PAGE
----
* 83% Indian schools have functional computers but only 43% have electricity connection
* Only 60% schools have separate toilets for girls
* 7% schools still do not have access to drinking water facilities
The Supreme Court recently directed the federal government and the state governments to provide basic amenities, including drinking water and toilet facilities, in all government and private schools within six months.
IndiaSpend’s Sourjya Bhowmick looks at the 2010-11 data of the District Information System for Education (DISE), which covers government & private schools, and finds that the task is arduous with Chhattisgarh, Bihar, Jharkhand and Orissa having the least educational infrastructure. Surprisingly, 83% of Indian schools have functional computers while only 43% have electricity connection.
The Supreme Court judgment is based on a writ petition filed in 2004 and several interim orders (Oct 18, 2011 and Dec 12, 2011) given to the states to provide toilet facilities, drinking water and other necessary infrastructure for schools.
Let us start with the basic data on education:
From the graph, you can see that the total does not reach 100%. The reason, as stated by DISE, is because of missing values and rounding of figures. While the number of government schools increased by around 16,558 in 2010-11 (an increase of 1.5%), the percentage share of government schools has gone down by 2% because of the addition of over 10,000 private schools.
The indicators that will be taken for this article are schools having drinking water facilities, functional girls’ toilets, functional computers, electricity connection and the average dropout rate. The best 5 performing states and the worst 5 states are being taken into account.
Table 1: Drinking Water In Schools
Table 1 shows that states have been doing well in providing drinking water in schools. Even states in the bottom 5 have improved in the past two years. While over 93% of Indian schools have access to drinking water, 7% schools still do not have access to this basic infrastructure.
The next important infrastructure to look at is accessibility to girls’ toilets. Girls are likely to stay in schools if they have access to toilet facilities. Let us now look at the performance of the states:
Table 2: Schools With Girls’ Toilets
Table 2 shows that Jharkhand has been quickly building girls’ toilets in schools. While Chhattisgarh is the worst performer now (with only 35% schools with girls’ toilets), Rajasthan has the best number (92%). It is highly likely that it will be a daunting task for many states to meet the Supreme Court order of building toilets in all schools within six months.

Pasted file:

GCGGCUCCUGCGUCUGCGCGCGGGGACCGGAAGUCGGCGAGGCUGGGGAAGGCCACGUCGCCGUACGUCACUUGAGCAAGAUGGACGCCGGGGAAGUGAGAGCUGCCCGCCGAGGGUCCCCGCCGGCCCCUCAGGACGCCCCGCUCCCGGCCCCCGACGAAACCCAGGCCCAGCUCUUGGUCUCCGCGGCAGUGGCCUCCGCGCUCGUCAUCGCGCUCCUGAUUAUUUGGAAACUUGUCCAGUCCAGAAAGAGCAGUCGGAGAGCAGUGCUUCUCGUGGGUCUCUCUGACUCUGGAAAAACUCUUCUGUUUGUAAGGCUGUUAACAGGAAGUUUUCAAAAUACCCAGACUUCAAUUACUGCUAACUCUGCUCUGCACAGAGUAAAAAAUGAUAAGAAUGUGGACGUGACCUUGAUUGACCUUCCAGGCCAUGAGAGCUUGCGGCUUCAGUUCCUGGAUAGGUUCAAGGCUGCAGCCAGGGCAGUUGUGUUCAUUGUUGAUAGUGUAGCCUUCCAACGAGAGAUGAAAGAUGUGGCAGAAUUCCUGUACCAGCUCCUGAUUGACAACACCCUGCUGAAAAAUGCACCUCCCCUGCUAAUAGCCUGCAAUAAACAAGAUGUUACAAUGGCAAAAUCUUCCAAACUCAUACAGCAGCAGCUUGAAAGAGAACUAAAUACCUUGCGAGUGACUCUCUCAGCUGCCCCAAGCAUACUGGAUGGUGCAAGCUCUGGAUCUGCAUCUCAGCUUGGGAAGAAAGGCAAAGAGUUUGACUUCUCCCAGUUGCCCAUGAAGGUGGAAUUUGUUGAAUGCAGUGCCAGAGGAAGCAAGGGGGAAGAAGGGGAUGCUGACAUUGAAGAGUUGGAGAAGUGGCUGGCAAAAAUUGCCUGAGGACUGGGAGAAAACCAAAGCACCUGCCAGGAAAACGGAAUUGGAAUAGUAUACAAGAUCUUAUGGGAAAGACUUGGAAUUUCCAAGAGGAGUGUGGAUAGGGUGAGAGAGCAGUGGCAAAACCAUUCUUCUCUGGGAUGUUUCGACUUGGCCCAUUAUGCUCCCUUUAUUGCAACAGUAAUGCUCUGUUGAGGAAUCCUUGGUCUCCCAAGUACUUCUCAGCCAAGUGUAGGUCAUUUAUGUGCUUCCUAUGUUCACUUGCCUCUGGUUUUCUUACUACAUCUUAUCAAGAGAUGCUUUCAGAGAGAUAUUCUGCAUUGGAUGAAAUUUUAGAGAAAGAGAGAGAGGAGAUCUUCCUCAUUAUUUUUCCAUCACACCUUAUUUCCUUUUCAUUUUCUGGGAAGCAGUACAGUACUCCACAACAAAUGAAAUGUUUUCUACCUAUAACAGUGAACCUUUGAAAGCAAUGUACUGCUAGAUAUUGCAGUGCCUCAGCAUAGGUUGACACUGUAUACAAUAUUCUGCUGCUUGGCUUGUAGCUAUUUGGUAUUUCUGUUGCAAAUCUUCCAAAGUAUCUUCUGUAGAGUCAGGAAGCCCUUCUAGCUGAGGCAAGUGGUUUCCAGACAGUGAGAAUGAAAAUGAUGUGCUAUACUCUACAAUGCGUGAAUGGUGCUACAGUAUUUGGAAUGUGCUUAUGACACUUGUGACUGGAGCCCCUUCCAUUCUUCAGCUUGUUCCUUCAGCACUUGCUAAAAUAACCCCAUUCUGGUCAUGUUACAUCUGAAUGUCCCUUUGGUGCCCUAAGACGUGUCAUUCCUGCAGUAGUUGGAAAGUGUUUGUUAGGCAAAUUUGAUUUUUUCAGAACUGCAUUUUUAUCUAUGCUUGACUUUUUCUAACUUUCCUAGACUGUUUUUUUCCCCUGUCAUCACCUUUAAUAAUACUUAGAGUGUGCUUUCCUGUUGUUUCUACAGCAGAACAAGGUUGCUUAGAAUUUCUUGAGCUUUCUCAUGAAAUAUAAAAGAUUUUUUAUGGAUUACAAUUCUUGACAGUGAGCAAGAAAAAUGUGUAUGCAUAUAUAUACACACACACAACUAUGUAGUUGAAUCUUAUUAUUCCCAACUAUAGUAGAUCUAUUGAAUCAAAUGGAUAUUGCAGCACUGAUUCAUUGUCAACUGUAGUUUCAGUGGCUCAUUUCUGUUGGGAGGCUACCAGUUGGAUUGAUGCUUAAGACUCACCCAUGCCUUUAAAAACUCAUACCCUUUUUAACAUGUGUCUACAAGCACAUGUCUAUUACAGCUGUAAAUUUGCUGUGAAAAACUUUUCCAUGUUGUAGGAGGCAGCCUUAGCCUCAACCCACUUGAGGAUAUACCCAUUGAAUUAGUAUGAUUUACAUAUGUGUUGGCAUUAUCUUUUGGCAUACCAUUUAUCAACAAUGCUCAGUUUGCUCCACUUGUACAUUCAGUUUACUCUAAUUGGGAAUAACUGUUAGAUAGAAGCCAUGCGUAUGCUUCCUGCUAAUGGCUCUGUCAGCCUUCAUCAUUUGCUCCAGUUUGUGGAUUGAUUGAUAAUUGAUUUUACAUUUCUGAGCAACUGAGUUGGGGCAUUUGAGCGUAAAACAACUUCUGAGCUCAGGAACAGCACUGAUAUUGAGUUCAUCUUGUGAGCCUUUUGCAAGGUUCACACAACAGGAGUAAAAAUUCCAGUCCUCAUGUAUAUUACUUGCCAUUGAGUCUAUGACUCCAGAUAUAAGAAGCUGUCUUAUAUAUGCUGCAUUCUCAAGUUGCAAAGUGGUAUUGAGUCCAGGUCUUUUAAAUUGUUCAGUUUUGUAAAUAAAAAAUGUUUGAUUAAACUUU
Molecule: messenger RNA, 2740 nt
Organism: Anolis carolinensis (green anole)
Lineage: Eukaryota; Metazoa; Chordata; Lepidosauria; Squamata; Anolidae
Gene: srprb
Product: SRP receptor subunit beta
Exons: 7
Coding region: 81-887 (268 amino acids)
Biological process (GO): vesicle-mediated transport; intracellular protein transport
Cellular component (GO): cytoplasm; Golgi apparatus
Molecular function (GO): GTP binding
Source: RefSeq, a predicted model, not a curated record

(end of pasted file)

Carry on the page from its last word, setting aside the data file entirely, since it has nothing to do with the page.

A surprising observation here is that access to toilet facilities does not have any direct relation with girls’ enrolment in schools. While over 60% schools across the country have girls’ toilets, enrolment of girls continue to be low at 48%.
Let us now look at another important infrastructure – electricity to run basic facilities like lights and fans and also computer-based teaching aids.
Table 3: Schools Having Electricity Connection
So, over 95% schools in Gujarat have electricity connection while only 4% schools in Bihar have access to power. The all-India average of electricity connection in schools is only 43%.
Another key indicator to look at now is functional computers in schools.
Table 4: Schools Having Functional Computers
The DISE document does not mention the number of computers that should be functional in every school. While Punjab is doing the best with 98% schools having functional computers, Orissa has the worst percentage (39%) of schools having functional computers. Surprisingly, 83% of schools have functional computers in India while 57% schools have no electricity connection!
So, we can see that Bihar, Jharkhand, Orissa, Chhattisgarh and West Bengal are not doing well in basic school infrastructure. Let us now see the average dropout rate at the primary level in these states in 2009-10:
Table 5: A Long Way To Go
Rajasthan has the worst dropout rate in the country and the state figures only once in the infrastructure list – the state is among the top 5 when it comes to schools with girls’ toilets. Other states like Orissa and West Bengal, which do not have good infrastructure, however are able to retain students in schools.
So, apart from the Supreme Court-mandated facilities like drinking water and toilets, schools across the country are lacking in other education infrastructure as well. While there have been many court directives in the past on such issues, a lot still needs to be done before India can claim 100% availability of education infrastructure.
Providing basic infrastructure is tedious but is an imperative to ensure that children who are guaranteed a right to education also have the basic amenities – water, toilet, electricity – available to them so that they can learn and succeed.